In the second edition of his weekly column in Law360, DOAR’s real-life New York City Jury Consultant and Psychologist reviews the fictional NYC Jury Consultant/Psychologist on the television series “Bull,” focusing on what litigation is really like in the trenches.
Before we get to the main case of the week, Bull has to help a rock musician prepare to testify in a copyright infringement case. Bull does this by having the man testify and fail in front of a succession of full mock juries. The two men stop to have a talk about what Bull sees in the man’s heart. The man is healed, and then Bull bellows that he “needs a fresh jury!”
From these first two episodes, we have learned that this is the main way that Bull operates. He has an unlimited budget to pay for scores of mock jurors to see variations of witness testimony and drafts of opening and closing statements, all while paying the hourly fee for every specialist on the fully staffed team. With this amount of staff billing, most clients would only be able to afford about 11 minutes of this work, but, hey, it works for Bull.
The Case of the Pilot Who is Also a Woman
In the main case featured in this episode, Bull’s team sees a report of a plane crash on the news. Bull immediately knows that he will be the jury consultant for the eventual legal case that develops from this tragedy. He is, of course, right, and months later meets the only survivor, the pilot, and her attorney as they emerge from the subway in front of the courthouse.
Despite the fact that they must have known they were meeting in this strange manner in which people must be picked out of a crowd, the pilot is amazed that Bull is somehow enlightened enough to know that even though she is a woman, she is also the pilot, as if this were an after-school special, circa 1973.
As in the previous episode, it is once again unclear who Bull’s client is (the airline or an insurance company paying for the pilot’s defense?), but it is not this attorney who is unhappy that Bull is on the case. Bull later has the attorney fired and replaces him with a member of Bull’s consulting team, because Bull seems to have unlimited authority over the case. Bull’s team fans out across the city to investigate the case facts, like all jury consultants do.
The trial begins with an oddly run jury selection procedure, in which the judge states that the jury has been sworn in, so that voir dire can start. The attorney selects the jury by asking a few questions and then yelling out to the judge that the defense is fine with this or that juror. Meanwhile, Cable, Bull’s computer whiz, hacks into a juror’s company’s human resources department to read files about her. Presumably, a later episode will be called U.S. v. Cable, et al.
Bull’s team selects a shadow juror and demonstrates that one juror is matched to a shadow juror because both like sudoku and model railroads. This matching and recruiting is done quickly due to … wait for it … an algorithm. The shadow jurors wear biometric watches, presumably so Cable can do something illegal on a molecular level.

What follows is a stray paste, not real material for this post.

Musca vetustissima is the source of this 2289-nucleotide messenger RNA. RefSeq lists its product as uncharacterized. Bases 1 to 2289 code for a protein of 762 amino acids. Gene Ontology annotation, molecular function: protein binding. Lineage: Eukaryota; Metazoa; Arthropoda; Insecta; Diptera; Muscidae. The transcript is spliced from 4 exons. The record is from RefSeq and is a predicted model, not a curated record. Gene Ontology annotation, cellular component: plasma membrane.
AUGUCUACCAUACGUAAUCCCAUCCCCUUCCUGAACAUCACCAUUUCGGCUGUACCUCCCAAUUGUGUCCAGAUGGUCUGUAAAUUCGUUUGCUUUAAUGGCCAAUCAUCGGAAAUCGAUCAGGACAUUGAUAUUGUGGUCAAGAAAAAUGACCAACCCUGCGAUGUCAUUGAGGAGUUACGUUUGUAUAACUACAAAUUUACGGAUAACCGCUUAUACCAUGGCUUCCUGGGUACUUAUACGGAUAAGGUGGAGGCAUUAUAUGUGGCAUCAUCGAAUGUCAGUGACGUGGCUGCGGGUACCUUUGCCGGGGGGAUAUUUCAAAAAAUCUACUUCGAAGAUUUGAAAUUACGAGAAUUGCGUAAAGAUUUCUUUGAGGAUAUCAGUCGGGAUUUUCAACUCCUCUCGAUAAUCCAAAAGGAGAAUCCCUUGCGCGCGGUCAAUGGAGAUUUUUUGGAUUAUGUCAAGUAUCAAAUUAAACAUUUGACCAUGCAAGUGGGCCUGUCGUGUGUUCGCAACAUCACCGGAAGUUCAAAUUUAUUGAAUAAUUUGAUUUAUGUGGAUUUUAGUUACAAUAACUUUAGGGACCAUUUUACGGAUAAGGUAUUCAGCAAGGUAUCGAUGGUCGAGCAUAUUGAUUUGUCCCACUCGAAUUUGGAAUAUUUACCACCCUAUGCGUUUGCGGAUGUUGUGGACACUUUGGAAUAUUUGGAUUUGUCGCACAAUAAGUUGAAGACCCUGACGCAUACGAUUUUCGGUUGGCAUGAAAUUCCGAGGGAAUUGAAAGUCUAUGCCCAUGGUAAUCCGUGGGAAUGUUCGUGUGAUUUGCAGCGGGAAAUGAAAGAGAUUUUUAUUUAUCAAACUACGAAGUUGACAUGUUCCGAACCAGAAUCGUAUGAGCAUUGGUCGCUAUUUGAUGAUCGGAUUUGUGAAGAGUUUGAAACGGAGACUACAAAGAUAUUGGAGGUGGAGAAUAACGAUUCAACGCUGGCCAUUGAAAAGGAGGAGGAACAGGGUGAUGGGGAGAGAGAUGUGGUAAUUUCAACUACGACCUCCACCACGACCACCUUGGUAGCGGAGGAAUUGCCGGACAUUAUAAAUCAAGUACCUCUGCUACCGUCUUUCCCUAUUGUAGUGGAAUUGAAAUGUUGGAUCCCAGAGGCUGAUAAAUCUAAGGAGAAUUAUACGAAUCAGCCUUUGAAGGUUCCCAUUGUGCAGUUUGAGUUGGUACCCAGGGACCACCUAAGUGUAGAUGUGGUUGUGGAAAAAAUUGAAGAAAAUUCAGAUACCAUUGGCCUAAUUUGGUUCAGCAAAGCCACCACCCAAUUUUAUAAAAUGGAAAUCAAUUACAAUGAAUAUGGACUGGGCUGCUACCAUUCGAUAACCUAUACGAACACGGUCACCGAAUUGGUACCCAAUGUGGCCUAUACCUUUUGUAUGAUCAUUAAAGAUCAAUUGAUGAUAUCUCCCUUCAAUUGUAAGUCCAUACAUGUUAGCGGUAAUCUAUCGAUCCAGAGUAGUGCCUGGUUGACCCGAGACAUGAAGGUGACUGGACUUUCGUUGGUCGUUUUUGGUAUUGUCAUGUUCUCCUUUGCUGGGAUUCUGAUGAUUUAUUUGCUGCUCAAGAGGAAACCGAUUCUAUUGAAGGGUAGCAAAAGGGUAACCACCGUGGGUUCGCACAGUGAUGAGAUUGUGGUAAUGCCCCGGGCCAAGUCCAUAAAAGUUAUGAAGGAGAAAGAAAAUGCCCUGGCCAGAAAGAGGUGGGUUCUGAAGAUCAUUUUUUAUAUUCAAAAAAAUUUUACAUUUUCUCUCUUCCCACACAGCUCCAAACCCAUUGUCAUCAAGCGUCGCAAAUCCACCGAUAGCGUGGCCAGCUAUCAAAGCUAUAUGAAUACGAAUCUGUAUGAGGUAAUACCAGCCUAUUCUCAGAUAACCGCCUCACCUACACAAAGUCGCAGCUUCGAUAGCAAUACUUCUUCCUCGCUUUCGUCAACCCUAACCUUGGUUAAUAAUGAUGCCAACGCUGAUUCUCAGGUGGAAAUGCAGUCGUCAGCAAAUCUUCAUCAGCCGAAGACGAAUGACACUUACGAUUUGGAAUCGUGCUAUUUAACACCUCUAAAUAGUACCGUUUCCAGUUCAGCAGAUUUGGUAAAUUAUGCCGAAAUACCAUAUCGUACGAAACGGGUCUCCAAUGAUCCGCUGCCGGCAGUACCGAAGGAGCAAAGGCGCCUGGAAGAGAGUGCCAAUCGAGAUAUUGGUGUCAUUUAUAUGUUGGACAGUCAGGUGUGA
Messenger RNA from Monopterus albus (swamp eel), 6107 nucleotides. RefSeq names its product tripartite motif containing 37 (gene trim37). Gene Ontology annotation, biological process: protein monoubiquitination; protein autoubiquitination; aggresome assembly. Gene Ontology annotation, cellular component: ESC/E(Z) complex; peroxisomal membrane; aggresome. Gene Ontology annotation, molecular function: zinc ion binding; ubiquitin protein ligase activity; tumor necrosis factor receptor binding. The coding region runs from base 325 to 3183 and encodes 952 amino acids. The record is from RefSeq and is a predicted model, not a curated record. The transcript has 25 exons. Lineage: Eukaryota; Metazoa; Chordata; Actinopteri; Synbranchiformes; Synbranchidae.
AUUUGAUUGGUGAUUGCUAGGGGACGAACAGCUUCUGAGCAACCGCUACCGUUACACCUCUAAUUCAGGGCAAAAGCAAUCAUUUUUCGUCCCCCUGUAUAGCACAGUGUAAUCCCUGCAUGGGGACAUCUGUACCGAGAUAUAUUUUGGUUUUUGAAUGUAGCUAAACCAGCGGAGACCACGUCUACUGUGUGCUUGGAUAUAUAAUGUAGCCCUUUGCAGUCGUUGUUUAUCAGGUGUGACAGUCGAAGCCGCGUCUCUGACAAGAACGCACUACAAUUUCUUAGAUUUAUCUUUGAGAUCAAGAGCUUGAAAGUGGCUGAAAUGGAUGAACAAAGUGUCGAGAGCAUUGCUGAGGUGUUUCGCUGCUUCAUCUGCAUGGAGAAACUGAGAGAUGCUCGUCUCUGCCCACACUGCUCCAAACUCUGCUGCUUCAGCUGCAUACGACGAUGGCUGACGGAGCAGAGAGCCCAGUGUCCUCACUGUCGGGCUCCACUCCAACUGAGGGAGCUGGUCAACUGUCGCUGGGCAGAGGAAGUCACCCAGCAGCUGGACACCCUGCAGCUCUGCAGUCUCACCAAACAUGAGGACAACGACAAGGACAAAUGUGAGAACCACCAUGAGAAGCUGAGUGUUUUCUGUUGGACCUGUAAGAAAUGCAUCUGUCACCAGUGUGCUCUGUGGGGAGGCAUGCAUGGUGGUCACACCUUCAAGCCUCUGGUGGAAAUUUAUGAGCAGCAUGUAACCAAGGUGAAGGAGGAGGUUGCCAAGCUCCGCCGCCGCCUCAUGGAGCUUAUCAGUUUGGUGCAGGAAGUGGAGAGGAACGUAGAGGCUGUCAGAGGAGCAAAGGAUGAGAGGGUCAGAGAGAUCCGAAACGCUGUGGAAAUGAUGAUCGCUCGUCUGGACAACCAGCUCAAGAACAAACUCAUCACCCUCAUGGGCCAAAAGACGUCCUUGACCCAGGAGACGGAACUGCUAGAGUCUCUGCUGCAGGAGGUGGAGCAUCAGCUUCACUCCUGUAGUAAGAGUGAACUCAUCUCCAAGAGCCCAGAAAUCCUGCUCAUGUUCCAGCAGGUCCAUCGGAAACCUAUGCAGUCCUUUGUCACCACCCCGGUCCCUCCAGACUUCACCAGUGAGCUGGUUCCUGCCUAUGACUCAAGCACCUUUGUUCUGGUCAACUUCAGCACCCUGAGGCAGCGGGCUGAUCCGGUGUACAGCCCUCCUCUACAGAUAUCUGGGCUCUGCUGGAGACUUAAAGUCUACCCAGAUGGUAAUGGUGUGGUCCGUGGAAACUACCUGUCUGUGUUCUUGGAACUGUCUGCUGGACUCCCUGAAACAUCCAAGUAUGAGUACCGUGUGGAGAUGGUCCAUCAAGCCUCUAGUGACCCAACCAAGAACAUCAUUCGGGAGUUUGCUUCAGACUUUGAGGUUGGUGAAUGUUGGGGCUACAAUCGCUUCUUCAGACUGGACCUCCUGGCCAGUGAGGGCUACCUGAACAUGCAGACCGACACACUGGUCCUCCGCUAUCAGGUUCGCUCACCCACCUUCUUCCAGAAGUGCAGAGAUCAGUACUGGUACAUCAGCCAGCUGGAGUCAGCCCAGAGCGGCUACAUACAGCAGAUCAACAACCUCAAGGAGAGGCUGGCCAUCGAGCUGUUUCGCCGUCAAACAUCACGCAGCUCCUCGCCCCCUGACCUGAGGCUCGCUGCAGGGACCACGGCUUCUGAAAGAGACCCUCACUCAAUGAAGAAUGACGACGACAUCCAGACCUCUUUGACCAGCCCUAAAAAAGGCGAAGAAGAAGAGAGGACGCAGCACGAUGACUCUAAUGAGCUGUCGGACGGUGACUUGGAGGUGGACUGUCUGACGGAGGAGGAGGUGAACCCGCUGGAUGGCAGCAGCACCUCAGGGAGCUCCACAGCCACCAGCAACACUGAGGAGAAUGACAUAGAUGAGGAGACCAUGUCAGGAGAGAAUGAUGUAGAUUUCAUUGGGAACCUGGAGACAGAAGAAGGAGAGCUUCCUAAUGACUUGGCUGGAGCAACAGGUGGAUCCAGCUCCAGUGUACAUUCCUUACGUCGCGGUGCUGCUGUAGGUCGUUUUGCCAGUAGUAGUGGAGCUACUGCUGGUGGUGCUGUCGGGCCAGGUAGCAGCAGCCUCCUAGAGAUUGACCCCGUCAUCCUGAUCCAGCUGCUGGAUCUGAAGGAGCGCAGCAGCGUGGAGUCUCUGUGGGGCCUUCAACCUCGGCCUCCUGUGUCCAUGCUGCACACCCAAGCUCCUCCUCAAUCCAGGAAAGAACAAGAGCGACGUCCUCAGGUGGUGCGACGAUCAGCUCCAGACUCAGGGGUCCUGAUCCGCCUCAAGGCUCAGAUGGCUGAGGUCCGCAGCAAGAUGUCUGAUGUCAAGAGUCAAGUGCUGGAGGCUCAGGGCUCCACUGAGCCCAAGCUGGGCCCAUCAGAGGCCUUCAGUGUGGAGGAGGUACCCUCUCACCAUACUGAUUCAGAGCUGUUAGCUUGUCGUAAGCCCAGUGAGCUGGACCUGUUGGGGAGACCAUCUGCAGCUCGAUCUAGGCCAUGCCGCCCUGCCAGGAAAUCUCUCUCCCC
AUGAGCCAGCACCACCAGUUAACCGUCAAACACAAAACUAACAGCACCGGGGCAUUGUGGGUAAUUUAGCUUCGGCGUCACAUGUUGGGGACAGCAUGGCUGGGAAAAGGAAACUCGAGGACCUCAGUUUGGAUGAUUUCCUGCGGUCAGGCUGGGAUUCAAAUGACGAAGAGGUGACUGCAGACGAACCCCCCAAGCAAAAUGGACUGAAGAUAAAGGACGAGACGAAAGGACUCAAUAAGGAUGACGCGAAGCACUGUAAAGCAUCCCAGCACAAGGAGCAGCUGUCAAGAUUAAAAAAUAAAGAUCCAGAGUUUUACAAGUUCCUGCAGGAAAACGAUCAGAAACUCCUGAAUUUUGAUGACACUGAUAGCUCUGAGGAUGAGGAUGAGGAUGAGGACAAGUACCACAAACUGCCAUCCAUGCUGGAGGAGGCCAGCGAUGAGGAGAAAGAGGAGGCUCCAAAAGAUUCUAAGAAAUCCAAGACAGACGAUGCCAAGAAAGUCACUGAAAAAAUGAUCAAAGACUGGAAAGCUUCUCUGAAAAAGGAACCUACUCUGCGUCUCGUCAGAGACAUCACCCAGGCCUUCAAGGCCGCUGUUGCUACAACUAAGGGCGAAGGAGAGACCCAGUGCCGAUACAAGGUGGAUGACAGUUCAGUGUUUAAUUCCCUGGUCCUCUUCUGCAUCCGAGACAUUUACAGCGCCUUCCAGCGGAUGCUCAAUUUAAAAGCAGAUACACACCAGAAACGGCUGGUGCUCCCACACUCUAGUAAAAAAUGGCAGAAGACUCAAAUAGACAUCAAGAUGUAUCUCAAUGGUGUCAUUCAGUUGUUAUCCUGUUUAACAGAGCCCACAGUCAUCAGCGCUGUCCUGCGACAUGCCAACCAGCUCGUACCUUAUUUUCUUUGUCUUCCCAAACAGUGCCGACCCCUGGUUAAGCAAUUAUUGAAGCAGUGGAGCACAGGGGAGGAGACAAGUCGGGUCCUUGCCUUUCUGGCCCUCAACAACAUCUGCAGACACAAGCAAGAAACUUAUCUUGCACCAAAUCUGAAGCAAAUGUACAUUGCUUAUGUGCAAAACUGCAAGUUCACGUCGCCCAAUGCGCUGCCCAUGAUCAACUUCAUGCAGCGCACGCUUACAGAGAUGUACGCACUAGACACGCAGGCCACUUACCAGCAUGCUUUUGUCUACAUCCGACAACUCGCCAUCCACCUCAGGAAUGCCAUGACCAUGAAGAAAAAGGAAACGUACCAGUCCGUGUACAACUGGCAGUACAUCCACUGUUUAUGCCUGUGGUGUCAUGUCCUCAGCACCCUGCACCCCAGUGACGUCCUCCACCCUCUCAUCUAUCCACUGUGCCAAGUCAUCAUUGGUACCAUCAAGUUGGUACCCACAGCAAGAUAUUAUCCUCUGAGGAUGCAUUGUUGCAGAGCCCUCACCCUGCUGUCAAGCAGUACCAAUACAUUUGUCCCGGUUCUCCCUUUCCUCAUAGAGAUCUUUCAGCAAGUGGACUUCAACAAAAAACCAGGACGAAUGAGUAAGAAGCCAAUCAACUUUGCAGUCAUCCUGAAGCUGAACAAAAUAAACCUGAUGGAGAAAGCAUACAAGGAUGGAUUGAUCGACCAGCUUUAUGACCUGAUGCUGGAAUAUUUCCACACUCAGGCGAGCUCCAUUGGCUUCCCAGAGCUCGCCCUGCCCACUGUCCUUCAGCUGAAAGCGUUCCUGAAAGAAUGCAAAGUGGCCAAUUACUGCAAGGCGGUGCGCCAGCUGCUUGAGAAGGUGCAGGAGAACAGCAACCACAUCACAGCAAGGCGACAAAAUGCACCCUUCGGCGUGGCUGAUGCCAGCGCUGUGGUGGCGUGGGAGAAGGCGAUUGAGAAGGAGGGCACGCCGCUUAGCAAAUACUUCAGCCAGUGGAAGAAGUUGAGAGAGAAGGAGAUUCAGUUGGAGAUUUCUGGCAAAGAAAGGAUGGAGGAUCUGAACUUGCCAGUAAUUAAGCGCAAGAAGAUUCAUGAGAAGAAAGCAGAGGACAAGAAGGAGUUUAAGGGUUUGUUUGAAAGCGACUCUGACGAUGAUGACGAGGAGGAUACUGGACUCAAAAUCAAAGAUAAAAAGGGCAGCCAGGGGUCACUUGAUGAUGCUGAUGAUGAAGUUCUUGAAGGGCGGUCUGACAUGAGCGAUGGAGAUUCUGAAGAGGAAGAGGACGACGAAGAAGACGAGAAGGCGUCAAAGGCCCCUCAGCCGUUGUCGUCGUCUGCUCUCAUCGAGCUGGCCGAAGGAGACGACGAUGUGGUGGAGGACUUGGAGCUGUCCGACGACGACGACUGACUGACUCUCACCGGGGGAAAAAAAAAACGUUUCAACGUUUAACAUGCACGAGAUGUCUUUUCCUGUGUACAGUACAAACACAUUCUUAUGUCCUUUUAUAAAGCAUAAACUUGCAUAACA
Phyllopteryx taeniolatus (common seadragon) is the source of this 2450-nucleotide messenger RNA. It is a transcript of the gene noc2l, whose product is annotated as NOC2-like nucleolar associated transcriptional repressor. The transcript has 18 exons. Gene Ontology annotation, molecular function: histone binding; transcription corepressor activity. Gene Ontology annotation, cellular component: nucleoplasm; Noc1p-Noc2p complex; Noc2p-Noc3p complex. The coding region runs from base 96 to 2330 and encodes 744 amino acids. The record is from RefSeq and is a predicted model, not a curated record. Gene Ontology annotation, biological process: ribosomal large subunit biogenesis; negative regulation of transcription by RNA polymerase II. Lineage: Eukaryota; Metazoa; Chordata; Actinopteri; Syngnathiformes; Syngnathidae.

Bull realizes that jurors will not like the pilot due to implicit gender bias, but then the episode immediately devolves into a soap opera of wives and mistresses fighting and discussions of whether the co-pilot may have crashed the plane because he was distracted by his mistress being on the plane (in seat 8D). The message is that we all have implicit gender bias, because women sure are difficult for men, am I right?
Bull then has a full flight simulator programmed to match the crash, so that he, a psychologist, can seemingly re-traumatize the pilot by having her relive the horrifying incident in which she killed 62 people. Perhaps next week Bull will shoot live rounds at a witness, because here she and Bull have an epiphany: she actually saved lives on the ground by crashing in this manner.
Because of this, they present an animation to the jury that looks an awful lot like a plane on a suicide mission. In closing, the attorney is allowed to give the jury a very “Free To Be You And Me” lesson on gender bias, including being allowed to poll the jury on their gender attitudes.
Bull wins both the pilot and musician cases, and has a party in which his mock judge bench opens up to be a full bar.
Is That What Jury Consulting is Like?
So is it accurate or … what’s the word I’m looking for?
At its essence, Bull is telling the world what actual jury consulting is like, but multiplied to a scale that distorts it. At its core, jury consulting is based on the idea that one can test elements of cases before groups of people that broadly match the jury pool. Jury consultants routinely test trial themes, arguments and witnesses before groups of mock jurors. We just do not have mock jurors on tap all day and night.
Also, we rarely attempt to psychologically damage our clients.
The show and this column return in two weeks.